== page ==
Metabolic syndrome is a condition characterized by the clustering of central obesity, hyperglycemia, hypertension, and dyslipidemia. Each abnormality promotes atherosclerosis independently, but when clustered together, these metabolic disorders are increasingly atherogenic and enhance the risk of cardiovascular morbidity and mortality. The prevalence of metabolic syndrome is on the rise, especially in young people, and its onset may be early in life. Therefore, universities are unique settings for early monitoring and intervention of metabolic risk factors. A pilot study was conducted among 100 Lebanese university students (62 male students and 38 female students) aged 18 to 27 years studying at Notre Dame University, Lebanon, to assess the prevalence of obesity and metabolic syndrome and to examine students' eating habits in relation to the consumption of the Mediterranean diet. Parameters measured were weight, height, waist circumference, percentage body fat, blood pressure, and fasting blood glucose level. Metabolic syndrome was evaluated based on the third report of the National Cholesterol Education Program Adult Treatment Panel. Measurements of blood lipid levels, including triglyceride, total cholesterol, high-density lipoprotein, and low-density lipoprotein, were made for half of the students. Dietary intake was assessed by using a food frequency questionnaire tailored to Lebanese food. Study results indicated that 49% of male students were overweight and 7% were obese compared with 21% overweight and 3% obese female students. Only 4% of students, all men, had the full metabolic syndrome components. However, many students had 1 or more elements of it. Overall, a total of 56% of the students exhibited 1 or more components of metabolic syndrome: 22% of students had 1 component, 30% had 2 components of the syndrome and 4% had 3 components of metabolic syndrome. In comparison to the traditional Mediterranean Diet Pyramid, those students who had metabolic syndrome had higher consumption of red meat and sweets and a lower consumption of legumes.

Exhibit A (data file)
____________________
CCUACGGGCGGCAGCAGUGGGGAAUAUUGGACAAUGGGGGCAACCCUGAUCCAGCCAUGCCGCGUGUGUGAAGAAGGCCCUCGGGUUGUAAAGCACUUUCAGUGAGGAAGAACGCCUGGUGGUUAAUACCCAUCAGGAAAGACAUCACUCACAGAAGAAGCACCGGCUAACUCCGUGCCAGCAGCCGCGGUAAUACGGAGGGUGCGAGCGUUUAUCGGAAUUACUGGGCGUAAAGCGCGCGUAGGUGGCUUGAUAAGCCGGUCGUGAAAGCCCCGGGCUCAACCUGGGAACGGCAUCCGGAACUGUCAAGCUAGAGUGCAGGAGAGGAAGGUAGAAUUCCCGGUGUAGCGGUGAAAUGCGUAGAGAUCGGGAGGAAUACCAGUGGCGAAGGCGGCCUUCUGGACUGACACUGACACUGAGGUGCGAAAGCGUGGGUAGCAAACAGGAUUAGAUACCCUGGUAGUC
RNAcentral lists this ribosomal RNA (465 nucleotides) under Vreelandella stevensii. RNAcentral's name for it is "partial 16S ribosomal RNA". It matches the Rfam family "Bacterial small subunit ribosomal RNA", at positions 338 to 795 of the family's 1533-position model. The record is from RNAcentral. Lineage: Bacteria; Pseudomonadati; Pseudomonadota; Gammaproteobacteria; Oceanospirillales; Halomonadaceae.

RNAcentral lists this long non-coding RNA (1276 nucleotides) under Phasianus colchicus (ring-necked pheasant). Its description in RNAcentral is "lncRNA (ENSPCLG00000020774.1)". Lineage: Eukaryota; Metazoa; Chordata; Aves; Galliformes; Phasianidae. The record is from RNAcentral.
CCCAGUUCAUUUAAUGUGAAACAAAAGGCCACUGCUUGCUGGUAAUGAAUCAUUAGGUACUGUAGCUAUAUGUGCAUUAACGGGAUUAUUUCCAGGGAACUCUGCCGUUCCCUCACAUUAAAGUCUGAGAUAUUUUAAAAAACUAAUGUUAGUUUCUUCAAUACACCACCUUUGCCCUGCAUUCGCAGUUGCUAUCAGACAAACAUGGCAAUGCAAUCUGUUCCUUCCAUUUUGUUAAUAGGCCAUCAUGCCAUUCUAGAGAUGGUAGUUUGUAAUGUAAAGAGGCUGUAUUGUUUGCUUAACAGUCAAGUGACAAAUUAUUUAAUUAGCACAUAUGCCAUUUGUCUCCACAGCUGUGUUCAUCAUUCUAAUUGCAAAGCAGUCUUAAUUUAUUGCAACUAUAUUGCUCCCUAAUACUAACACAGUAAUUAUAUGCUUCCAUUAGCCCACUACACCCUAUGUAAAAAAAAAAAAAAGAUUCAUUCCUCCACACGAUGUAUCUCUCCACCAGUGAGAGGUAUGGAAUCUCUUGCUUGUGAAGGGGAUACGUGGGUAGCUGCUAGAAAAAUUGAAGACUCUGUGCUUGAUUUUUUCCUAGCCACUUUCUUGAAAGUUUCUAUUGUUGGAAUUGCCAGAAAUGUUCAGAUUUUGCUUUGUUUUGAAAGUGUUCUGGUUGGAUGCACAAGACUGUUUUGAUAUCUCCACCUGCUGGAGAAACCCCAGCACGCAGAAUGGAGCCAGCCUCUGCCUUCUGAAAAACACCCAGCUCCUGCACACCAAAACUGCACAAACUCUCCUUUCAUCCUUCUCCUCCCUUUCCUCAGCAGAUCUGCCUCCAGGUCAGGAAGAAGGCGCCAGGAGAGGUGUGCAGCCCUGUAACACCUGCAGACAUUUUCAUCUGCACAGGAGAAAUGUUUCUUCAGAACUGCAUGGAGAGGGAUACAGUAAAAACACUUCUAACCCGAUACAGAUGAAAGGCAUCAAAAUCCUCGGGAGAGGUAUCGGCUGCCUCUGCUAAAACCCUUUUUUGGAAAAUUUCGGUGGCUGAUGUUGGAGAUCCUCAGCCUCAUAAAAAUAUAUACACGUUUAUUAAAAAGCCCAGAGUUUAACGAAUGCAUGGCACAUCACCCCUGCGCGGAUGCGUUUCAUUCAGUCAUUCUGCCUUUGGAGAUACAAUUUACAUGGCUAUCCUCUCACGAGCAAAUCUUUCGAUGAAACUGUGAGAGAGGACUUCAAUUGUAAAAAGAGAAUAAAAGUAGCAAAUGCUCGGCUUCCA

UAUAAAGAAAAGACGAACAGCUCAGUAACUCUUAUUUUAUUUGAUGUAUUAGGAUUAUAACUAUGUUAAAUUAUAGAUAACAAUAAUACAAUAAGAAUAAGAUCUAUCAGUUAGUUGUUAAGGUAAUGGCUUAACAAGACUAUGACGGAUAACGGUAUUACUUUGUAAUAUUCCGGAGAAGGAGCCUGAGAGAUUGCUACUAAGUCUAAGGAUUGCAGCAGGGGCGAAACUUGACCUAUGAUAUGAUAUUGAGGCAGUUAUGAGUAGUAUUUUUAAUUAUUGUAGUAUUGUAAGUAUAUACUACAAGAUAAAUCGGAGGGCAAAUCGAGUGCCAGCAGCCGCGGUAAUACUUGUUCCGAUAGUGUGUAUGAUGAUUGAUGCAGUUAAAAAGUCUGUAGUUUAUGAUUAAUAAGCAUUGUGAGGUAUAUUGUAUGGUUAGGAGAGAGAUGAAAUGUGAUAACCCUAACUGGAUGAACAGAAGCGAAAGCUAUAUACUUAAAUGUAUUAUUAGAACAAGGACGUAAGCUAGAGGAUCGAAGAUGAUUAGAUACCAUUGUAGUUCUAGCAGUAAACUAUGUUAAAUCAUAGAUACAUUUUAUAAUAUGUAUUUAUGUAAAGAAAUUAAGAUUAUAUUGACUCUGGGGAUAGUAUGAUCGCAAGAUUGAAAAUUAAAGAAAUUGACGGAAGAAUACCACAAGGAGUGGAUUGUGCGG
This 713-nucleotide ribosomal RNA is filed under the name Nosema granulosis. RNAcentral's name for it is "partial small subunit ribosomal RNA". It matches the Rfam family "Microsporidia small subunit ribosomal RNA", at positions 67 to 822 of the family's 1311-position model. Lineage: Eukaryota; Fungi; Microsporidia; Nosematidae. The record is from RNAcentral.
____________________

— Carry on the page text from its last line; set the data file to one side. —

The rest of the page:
This considerable prevalence of obesity and metabolic syndrome among students is of concern and may warrant early screening for these disorders. Students' eating habits showed deviation from the traditional Mediterranean Diet Pyramid, so promotional campaigns focusing on the traditional Mediterranean diet may be helpful and necessary
The Mediterranean diet is not always reality in the Mediterranean
Najat Yahia, PhD, RD, LD, CWM, is an assistant professor of Nutrition & Dietetics, Department of Human Environmental Studies, at Central Michigan University, Mt. Pleasant, Michigan.
George Hayek, MD, is a specialist in Gynecology & Infertility, and Metabolism. Dr. Hayek is also the general director of Hayek Hospital, Sin El Fil, Lebanon.
Sandra Shahin, BS, is nutritionist, Zouk Mikhael, Lebanon.
Authors' contributions: N.Y. carried out the study's design and implementation, data analysis, manuscript preparation, and total coordination of the study. G.H. contributed to study approval and laboratory blood analysis. S.S. was involved in data collection and entry.
Correspondence: Najat Yahia, PhD, RD, LD, CWM, Central Michigan University, 108 Wightman Hall, Mt Pleasant, MI 48859 (firstname.lastname@example.org).